|'Whilst it may be Craig's first film to follow the "Bond formula", Spectre is perhaps the most successful and enjoyable the formula has been since Roger Moore's heyday'.|
If Skyfall is the film which finally reset the clock on the Bond franchise after three instalments of the rebooted Daniel Craig era - particularly through its conclusion - then Spectre is the natural progression from that point. All of Craig's previous outings have, for better or worse, offered something considerably different to what is expected when compared to 007's cinematic back catalogue. But, with pretty much every element of the franchise back in its rightful place, his fourth film does something just as bold in returning to the unofficial "Bond formula", first seen during the days of Connery but shunned since Brosnan's tenure as the secret agent. The result is a film that feels in some ways less distinctive than Craig's previous films, but also does a great deal to prove that the formula still works if used in the right way.
Four films in, it's perhaps a bit too easy to take Craig's continually solid version of James Bond for granted. Whilst Spectre never challenges Craig to innovate in the same way as he has previously, there are also plenty of opportunities for the actor to demonstrate exactly why he's now held by many fans of the franchise as one of the very best Bonds. The strength of the supporting cast established over recent entries pays off again here. Ben Whishaw as Q is given plenty of scope to develop the good work he began in Skyfall, and Naomie Harris as Eve Moneypenny also does well with the handful of key scenes she's given. Ralph Fiennes delivers an admirable performance following Judi Dench as M, wisely opting not to emulate his predecessor and instead carving out a satisfyingly driven, hands-on version of the character which both harks back to classic Bond whilst also taking the role into new territory.
Whilst Fiennes' task may be unenviable, Christoph Waltz's role as primary antagonist Franz Oberhauser is arguably almost impossible. Oberhauser is in many ways the first truly classic Bond villain seen during the Craig era, inextricably linked to the heritage of the series whilst also needing to exist within the rebooted 21st Century universe. Oberhauser is tinged with Moore-era exaggeration, but Waltz ensures the theatricality and authenticity are for the most part balanced well, drawing his performance from influences as varied as Anthony Hopkins' Hannibal Lecter and Heath Ledger's Joker. There are points throughout Spectre at which Oberhauser could have transformed into parody - or much worse, metaparody - from which the character would doubtless have become unsalvageable, and it's to Waltz's considerable credit that this never happens.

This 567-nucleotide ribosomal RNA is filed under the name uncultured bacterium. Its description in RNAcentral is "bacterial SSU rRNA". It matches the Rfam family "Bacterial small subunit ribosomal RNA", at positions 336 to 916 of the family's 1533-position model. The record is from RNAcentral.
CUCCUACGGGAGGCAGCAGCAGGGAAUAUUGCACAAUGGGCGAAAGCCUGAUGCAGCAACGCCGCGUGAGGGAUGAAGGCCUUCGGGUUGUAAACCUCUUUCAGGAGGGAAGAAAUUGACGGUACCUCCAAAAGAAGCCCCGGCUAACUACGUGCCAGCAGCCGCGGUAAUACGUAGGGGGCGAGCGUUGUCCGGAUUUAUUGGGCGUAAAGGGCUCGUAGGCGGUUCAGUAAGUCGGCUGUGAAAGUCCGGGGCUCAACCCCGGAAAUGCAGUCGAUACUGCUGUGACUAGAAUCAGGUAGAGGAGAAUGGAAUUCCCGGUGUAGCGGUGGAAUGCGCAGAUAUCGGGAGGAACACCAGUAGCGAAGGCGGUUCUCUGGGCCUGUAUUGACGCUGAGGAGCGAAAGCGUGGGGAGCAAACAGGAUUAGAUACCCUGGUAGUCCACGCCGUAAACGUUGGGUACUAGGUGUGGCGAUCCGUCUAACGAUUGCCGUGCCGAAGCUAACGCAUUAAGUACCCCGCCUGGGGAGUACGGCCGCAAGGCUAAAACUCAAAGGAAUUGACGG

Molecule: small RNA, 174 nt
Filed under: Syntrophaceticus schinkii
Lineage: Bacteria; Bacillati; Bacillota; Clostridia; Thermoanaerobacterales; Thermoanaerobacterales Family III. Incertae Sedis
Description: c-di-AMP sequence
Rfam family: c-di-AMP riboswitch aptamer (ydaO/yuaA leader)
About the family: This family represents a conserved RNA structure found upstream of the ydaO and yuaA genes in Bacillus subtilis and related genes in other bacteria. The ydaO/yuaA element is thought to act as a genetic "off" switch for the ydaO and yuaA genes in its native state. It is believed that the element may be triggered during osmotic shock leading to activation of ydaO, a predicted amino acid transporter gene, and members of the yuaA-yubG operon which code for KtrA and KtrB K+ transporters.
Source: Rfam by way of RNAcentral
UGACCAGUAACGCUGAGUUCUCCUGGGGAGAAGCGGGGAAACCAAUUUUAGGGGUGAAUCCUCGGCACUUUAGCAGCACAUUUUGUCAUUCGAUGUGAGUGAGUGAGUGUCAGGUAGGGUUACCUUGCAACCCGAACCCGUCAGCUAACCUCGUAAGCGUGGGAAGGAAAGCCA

Becoming the first director to helm consecutive Bond films for over a quarter of a century, Sam Mendes eases back into the spectacle of the series with aplomb. Mendes' Dia de los Muertos opener delivers a pre-titles sequence as expertly shot and constructed as anything seen throughout Craig's tenure; the director also punctuates Spectre with several action sequences, each of which has at least a hint of the series' past about it. Mendes is happy to keep things fairly traditional when unfolding both the central plot following Bond's discovery of the SPECTRE organisation, and the slightly more thinly developed subplot of M's power struggle with his new superior C (a pleasingly slippery Andrew Scott). Spectre also delivers the most straightforward Bond girl of the rebooted franchise in Dr. Madeleine Swann (Léa Seydoux), a safe but sensible choice following Dench's unique coda which saw her take the position as the primary female character in Skyfall.
Whilst it may be Craig's first film to follow the "Bond formula", Spectre is perhaps the most successful and enjoyable the formula has been since Roger Moore's heyday. Where Skyfall paid tribute to the legacy of Bond, Spectre slots itself pleasingly alongside the best of the series' past instalments. It may not quite achieve the heights of Mendes' previous film or of Casino Royale, still Craig's best outing as Bond. But, even at its undeniably bulky two-and-a-half hours, Spectre is consistently a solid and entertaining continuation of what is arguably becoming the most successful period in 007's cinematic history.
Have a look back at Film Intel's Bond series retrospective, The Road To Spectre.